Monday, March 4, 2013

In favour of Special Schools

Here in Ireland, the government's policy on children with special needs is "mainstreaming". They go to their local school, and have supports in place to meet their special needs. They are close to their home, their family and their friends. They are "integrated" in their local school and local community.

Sounds lovely, doesn't it?

Except that, it doesn't work for some children. And because it's policy, these children are getting a bad deal.
For some, they are the child who is "DIFFERENT", who has no friends, who stands out, who can't fit in, who constantly has an assistant with them, who can't relate to the other kids, who wonders "why am I different?", who gets called names, made fun of, pointed at, who doesn't understand the classwork, who can't do the homework, who falls behind in their work.

None of this is made up, it's stuff that children in my school told me has been their experience of mainstream education. Not all children experience this, but many do, and many stay quiet. It's only when it reaches crisis point that a special school is considered.

I've seen so many children come to our school, looking so stressed and anxious on arrival, you want to reach out, hug them, and tell them that now they're here, everything is going to be ok. They will not be that "different" kid any more, they can relax and know that they are in the right place.

Within a week you would barely recognise their faces. They settle in unbelievably quickly, relax, enjoy their schooldays, begin to understand schoolwork again, make friends. Again, I'm quoting what they have told me, a few months on.

The myth that they will be "close" to their family and friends is often that..a myth. They often don't have friends. They often feel completely isolated.

It breaks my heart that so many children experience this, and that often it is left too late to move them to a special school. Today, I spoke with a mother, and she told me how she didn't want her child to be different, didn't want to send her to a special school, but that she had to put her daughter's needs first. Her daughter has now been in our school for 8 years, and she couldn't be happier. She knows she made the right decision, and she wishes for other parents that they knew how good it can be.

I'm not insinuating that a special school is for all children, or that it solves all problems. But nor do I think that mainstream schools are suitable for all children with special needs. And in these recessionary times, when cutbacks mean that supports are being withdrawn, children are increasingly falling through the net and suffering.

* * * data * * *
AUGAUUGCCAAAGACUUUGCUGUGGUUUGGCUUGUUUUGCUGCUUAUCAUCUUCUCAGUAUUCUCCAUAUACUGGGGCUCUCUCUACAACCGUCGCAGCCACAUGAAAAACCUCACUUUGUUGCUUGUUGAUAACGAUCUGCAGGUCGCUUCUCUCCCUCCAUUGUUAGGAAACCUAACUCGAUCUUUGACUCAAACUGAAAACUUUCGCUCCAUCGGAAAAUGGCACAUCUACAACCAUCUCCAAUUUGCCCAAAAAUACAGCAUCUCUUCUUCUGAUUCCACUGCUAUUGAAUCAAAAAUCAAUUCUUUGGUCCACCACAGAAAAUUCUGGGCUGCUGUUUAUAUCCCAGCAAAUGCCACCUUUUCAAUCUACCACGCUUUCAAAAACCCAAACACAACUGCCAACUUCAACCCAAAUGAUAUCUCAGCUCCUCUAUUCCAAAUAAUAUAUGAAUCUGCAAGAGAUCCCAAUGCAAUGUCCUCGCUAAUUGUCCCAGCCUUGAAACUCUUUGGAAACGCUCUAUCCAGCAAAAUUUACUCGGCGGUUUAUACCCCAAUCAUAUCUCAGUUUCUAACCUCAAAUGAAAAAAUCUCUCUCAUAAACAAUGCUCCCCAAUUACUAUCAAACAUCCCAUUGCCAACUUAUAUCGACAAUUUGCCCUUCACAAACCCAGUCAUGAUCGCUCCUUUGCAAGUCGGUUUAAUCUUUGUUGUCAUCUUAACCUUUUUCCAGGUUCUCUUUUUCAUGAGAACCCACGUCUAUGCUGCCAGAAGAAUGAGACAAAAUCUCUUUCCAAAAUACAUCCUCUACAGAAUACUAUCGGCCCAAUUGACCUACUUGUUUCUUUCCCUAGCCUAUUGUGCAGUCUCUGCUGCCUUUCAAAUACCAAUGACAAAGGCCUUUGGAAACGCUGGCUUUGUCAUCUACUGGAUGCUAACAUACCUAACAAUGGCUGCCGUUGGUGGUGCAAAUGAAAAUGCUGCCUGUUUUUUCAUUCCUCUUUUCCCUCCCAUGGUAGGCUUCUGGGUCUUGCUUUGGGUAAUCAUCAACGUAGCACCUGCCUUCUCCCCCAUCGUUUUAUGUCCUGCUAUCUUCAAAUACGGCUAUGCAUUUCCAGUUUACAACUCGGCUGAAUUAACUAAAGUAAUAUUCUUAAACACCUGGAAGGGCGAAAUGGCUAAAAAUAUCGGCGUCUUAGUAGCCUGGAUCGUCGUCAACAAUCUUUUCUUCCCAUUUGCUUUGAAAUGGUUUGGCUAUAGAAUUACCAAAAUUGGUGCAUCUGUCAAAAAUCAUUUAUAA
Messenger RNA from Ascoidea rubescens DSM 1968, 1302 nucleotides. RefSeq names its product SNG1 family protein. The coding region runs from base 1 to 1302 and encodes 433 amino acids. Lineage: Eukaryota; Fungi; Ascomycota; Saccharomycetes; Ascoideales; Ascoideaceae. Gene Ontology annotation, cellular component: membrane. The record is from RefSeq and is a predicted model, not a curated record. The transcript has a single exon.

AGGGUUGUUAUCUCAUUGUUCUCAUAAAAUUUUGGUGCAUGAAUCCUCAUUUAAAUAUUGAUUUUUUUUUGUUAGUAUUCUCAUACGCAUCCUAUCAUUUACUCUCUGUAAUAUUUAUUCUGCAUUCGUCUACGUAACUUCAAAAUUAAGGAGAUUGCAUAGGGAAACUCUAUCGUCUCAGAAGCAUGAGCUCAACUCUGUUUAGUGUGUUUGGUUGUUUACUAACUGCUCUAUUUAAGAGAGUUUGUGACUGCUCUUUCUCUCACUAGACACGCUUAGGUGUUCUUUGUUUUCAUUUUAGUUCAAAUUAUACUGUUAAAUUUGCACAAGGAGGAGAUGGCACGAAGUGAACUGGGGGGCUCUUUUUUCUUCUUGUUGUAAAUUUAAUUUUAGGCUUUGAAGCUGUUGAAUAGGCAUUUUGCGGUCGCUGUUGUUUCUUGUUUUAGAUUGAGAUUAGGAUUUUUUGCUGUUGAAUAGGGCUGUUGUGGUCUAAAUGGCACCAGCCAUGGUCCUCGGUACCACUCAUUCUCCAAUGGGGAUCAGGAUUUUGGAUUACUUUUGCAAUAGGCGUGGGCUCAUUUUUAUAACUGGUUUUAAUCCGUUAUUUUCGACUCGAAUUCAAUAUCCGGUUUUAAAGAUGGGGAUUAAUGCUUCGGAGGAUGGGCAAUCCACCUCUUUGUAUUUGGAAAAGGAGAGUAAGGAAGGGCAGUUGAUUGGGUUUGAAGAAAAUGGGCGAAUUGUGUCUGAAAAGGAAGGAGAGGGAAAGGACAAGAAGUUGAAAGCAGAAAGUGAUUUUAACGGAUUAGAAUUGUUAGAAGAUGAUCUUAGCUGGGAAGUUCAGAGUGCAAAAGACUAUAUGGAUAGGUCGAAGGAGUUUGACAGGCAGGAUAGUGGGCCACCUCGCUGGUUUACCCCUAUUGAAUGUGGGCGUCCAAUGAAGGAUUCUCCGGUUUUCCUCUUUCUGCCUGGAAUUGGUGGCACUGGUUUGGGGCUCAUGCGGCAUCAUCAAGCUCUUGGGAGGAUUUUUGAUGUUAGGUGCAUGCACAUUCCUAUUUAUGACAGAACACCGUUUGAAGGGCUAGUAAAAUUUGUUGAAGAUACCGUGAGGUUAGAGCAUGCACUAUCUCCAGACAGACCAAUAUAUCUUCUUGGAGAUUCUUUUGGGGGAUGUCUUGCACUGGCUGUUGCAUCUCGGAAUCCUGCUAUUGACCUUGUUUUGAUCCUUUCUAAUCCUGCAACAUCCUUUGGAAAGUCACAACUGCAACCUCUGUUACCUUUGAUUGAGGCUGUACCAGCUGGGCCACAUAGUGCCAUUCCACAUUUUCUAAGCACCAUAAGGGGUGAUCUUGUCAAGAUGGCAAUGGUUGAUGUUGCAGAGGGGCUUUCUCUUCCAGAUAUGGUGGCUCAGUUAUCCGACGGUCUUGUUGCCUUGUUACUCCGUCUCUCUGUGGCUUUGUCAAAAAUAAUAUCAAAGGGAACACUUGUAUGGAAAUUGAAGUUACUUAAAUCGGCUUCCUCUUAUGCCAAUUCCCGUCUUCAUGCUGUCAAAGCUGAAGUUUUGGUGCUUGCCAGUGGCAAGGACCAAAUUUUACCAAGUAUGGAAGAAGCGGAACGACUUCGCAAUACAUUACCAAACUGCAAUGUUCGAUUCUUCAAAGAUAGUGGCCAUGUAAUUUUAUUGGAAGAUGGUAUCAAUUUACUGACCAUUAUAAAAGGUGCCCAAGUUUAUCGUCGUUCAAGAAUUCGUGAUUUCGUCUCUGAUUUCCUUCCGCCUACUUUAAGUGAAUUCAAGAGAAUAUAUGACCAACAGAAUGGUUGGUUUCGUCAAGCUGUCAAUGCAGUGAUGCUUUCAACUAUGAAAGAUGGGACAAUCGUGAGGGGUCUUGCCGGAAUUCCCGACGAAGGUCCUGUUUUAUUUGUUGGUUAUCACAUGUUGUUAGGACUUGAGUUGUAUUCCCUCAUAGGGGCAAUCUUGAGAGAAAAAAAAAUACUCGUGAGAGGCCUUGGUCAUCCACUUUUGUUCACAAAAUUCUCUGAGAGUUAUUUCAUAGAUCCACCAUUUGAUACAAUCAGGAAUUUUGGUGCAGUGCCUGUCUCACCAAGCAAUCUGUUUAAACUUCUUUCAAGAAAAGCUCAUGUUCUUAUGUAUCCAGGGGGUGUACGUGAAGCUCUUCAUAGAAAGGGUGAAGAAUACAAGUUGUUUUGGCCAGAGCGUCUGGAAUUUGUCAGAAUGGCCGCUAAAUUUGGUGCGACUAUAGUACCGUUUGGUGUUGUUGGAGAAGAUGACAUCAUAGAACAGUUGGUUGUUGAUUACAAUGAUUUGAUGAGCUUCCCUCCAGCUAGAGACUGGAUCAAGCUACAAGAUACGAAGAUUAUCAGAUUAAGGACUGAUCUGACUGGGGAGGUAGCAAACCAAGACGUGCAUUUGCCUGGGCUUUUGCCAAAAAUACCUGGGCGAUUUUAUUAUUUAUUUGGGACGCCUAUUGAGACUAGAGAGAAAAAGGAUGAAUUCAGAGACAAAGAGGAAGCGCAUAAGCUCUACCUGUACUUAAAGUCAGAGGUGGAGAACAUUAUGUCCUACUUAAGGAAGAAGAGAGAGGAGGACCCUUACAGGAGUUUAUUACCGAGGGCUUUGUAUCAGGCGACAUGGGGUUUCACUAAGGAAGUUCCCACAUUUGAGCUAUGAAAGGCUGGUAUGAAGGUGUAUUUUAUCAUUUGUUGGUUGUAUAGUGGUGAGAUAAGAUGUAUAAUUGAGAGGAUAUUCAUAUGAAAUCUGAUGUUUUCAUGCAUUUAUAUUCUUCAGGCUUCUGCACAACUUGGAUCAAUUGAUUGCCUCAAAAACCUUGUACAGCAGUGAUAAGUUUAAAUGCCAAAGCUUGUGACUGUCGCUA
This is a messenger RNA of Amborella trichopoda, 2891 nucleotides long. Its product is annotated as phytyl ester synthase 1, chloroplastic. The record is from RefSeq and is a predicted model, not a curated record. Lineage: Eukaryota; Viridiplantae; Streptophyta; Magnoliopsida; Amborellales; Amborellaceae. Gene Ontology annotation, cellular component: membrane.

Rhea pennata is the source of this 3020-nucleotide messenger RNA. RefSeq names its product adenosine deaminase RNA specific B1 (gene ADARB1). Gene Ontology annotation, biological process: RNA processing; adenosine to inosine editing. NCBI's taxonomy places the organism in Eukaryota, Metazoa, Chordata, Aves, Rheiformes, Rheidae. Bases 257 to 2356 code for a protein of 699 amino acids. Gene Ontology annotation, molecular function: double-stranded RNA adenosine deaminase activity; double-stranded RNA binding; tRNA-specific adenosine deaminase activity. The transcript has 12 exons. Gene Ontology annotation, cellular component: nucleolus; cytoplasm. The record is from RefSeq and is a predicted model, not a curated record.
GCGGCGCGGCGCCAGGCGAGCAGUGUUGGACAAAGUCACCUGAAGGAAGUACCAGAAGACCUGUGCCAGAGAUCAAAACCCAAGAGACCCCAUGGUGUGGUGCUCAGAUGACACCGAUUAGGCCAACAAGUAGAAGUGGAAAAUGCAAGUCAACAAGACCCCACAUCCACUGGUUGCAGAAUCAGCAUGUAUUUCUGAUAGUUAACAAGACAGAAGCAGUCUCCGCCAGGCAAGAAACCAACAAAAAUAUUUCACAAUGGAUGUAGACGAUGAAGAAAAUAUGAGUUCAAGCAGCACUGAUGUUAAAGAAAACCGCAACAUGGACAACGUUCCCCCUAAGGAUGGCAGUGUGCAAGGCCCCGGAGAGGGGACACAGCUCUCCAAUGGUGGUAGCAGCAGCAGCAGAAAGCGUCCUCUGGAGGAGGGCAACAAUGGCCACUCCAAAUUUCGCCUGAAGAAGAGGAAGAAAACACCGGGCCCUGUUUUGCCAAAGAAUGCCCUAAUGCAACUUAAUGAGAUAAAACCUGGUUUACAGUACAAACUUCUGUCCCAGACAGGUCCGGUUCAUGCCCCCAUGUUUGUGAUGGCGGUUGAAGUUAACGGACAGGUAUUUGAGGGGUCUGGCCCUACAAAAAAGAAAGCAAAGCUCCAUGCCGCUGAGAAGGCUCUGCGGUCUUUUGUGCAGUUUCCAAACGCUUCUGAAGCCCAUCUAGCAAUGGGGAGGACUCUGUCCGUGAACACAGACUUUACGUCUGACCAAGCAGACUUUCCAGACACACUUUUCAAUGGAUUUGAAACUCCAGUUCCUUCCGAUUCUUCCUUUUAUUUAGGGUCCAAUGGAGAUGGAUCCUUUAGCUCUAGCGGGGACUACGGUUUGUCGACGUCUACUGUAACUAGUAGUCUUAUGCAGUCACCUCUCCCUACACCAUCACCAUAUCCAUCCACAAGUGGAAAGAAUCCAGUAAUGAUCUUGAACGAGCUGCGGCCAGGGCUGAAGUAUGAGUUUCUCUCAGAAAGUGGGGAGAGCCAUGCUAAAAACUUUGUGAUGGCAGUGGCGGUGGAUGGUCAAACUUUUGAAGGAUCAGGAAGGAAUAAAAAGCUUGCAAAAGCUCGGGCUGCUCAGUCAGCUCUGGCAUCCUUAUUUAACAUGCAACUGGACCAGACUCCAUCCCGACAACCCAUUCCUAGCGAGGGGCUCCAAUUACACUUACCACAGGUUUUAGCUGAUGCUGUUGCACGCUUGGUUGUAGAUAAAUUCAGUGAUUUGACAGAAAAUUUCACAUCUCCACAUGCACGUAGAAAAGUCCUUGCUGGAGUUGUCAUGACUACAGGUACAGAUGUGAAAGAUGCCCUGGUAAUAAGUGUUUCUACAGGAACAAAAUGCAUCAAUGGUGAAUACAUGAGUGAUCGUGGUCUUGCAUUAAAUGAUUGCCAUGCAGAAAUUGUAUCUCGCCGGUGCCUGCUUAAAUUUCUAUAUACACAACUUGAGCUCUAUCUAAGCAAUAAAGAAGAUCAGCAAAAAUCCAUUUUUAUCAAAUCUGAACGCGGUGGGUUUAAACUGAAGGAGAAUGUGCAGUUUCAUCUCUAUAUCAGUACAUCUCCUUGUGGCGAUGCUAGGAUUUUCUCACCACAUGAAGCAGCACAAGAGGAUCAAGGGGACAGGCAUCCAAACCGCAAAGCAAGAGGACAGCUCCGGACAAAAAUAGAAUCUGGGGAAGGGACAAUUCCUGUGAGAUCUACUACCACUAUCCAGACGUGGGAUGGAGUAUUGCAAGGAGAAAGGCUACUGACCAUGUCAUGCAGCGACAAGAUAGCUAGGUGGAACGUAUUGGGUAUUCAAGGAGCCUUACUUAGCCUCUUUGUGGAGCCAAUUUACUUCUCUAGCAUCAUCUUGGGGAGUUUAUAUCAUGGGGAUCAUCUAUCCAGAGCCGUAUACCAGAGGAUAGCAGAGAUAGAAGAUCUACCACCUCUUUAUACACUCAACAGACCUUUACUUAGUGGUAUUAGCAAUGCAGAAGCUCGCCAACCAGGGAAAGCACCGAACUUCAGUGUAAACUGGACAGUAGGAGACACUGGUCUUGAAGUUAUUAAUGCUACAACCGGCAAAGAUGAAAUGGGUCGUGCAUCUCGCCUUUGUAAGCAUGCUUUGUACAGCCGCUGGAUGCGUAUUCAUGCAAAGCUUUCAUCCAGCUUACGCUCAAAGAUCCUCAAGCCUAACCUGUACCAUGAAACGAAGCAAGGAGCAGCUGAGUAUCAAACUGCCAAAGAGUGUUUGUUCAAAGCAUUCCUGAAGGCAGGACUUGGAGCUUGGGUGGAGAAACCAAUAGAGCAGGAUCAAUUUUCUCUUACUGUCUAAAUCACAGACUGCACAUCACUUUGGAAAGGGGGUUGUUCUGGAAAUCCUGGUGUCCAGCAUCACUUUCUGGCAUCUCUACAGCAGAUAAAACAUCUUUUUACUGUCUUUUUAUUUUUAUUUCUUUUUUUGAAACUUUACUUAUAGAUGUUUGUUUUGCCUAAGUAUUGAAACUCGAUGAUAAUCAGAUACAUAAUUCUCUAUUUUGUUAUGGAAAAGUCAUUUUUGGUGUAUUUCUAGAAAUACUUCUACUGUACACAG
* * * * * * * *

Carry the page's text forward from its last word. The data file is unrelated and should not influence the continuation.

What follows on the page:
In some cases, a special school is the right place for a child. Sometimes, a child just needs to be where there is expert help, where their peers also have special needs, and where they're not the "different" one. We all deserve the chance to shine.

18 comments:

  1. It's really a shame that kids that are deemed "different" are considered "special"!...:)JP

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  2. I don't know what I'd do without my daughter's special needs school. Instead of traditional curriculum, the focus of her education is one of performing activities of daily living. That's something a mainstream school could never give her. Quite simply, removing her from "normal" schools changed our lives in a good way.

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    1. That mirrors the experience of a lot of our parents too Rudee. Glad it worked out well for you.

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  3. Our schools mainstream here, too. While it can work well for some kids, I'm not convinced that there isn't merit in having schools which allow resources to be used more efficiently. In these days of dwindling funds and sky-rocketing costs for treatment and trained personnel, it would seem like a good business decision. But, it's not about business, is it? It's all emotion and sentiment. I wish that more of those parents who insist that the school system include their children in an inappropriate school setting could read your post. Is is not segregation to place your child in a setting that will not help them thrive? Does anyone ever ask the kids? It doesn't have to be like the 'old days' of shoving all kids who are different into a warehouse and not educating them.

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    1. Hear hear Stephanie. I'm fed up of seeing children suffer, and I agree that the child has rights too, and should be consulted. If they're happy, whatever the setting, surely they will thrive?

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  4. I read this with interest.